LCpl Harding served with 1st Battalion Duke of Lancaster’s Regiment for 16 years, mostly as a sniper with the Reconnaissance platoon. His service included operations in Bosnia, Kosovo, Northern Ireland, Iraq and Afghanistan.
In 2010 Mark was deployed on operations to the Nadi-Ali district of Afghanistan, it was his fifteenth year of service in the British Army. The area was a well-known trouble spot that was notorious for heavy sniper fire. In 28 May 10, Mark was leading four-man patrol sent from the platoon base to investigate an Improvised Explosive Device (IED). Whilst out on a routine patrol, Mark’s platoon came under insurgent fire and he was shot by a Taliban sniper, he says that ‘I looked down and saw that the left hand side of my body armour was covered in blood, I then blacked out’.
Upon evacuation to Camp Bastion it was discovered that the sniper bullet has passed through his neck, leaving him paralysed from the neck down and with severe injuries to the spinal cord. He returned to Selly Oak Hospital, Birmingham and was placed in an induced coma for six days and it took another four weeks to stabilise him from the extreme pain that he had. To assist with his recovery Mark was then moved to another hospital for seven months. At this point Mark was paralysed from the neck down and was told by two consultants that he may never walk again. Mark says that he realised the extent of his injuries that he was completely devastated but was determined to learn to walk again.
He then spent two and a half years at the Defence Medical Rehabilitation Centre, Headley Court. He underwent a demanding two and a half years undergoing physiotherapy. Ultimately he became more mobile. Four years on his recovery has been a long and challenging one but he has shown extraordinary determination and has defied medical expectations. He can now walk again, but it is with difficulty and not without a stick and other aids. ABF The Soldiers’ Charity has supported him considerably; we first provided funds for home adaptations and a specialist wheelchair, helping him to live as independently as possible. We then helped him take up kayaking by giving a grant for a Kayak Ergo trainer and a multi gym so he can train at home, as well an outrigger VA Kayak for him to train outdoors at Derwent Marina. Since then Mark made the GB Sprint Kayaking squad.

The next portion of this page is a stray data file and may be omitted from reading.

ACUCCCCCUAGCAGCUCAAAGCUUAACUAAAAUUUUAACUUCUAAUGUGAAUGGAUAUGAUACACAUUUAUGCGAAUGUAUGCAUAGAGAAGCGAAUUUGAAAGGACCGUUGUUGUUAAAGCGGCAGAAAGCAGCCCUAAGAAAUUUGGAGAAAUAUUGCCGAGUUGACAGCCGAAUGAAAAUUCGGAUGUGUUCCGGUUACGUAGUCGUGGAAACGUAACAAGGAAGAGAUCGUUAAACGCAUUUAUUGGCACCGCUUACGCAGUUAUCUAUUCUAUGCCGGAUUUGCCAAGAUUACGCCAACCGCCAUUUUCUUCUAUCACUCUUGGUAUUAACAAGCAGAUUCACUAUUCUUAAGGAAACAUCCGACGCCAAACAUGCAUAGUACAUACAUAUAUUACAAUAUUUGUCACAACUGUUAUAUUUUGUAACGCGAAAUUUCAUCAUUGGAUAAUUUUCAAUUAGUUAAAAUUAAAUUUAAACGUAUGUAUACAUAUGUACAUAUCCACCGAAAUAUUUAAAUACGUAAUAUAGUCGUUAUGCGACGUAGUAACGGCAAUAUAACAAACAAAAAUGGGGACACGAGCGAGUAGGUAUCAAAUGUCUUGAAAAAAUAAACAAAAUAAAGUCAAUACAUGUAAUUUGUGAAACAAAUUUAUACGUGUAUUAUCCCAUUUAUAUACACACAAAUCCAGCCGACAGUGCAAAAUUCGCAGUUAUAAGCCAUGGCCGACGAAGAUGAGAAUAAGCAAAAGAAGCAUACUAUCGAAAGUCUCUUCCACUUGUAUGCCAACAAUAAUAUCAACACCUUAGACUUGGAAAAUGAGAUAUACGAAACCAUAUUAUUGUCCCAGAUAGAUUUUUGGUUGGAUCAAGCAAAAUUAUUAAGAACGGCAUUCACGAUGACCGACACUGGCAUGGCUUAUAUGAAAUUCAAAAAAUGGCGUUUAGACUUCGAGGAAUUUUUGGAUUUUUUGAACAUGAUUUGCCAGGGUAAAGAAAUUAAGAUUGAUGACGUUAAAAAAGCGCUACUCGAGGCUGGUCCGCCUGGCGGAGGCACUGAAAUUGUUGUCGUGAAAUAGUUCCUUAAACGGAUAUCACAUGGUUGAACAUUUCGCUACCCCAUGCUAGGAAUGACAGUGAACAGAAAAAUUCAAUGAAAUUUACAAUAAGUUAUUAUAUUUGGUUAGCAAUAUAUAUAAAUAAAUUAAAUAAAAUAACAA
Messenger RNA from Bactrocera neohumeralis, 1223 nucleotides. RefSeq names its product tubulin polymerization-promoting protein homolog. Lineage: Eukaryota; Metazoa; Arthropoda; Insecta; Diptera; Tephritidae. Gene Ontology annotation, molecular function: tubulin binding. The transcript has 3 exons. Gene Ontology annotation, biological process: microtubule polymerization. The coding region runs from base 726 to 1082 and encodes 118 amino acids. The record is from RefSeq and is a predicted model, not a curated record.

Mark is now undertaking Dragon boating. In 2014 he represented his club in an international competition in China. In 2015, Mark was selected to represent Great Britain paddling with an able-bodied crew in the European Dragon Boat Championships. Mark has been involved with the inception of Purple Warriors – the UK’s first dedicated dragon boat racing team for ex-Service personnel impaired by their service in some way. In 2017, The Soldiers’ Charity has assisted with a grant for Purple Warriors.
Incredibly, despite everything he has been through Mark has decided to repay the charity and support fellow injured comrades by raising money for other soldiers and their families. He has he climbed Skiddaw Mountain in the Lake District raising a fantastic £6,000 for The Soldiers’ Charity and undertaken ‘Challenge Mark’; a series of extreme challenge events around the UK. Mark says that ‘I want to continue to push myself and make a difference. I want to show people with injuries from Afghanistan, Iraq (or any war zone) that you can still do things and do them bloody well because we are soldiers. As the British Army motto states, we can still be the best’.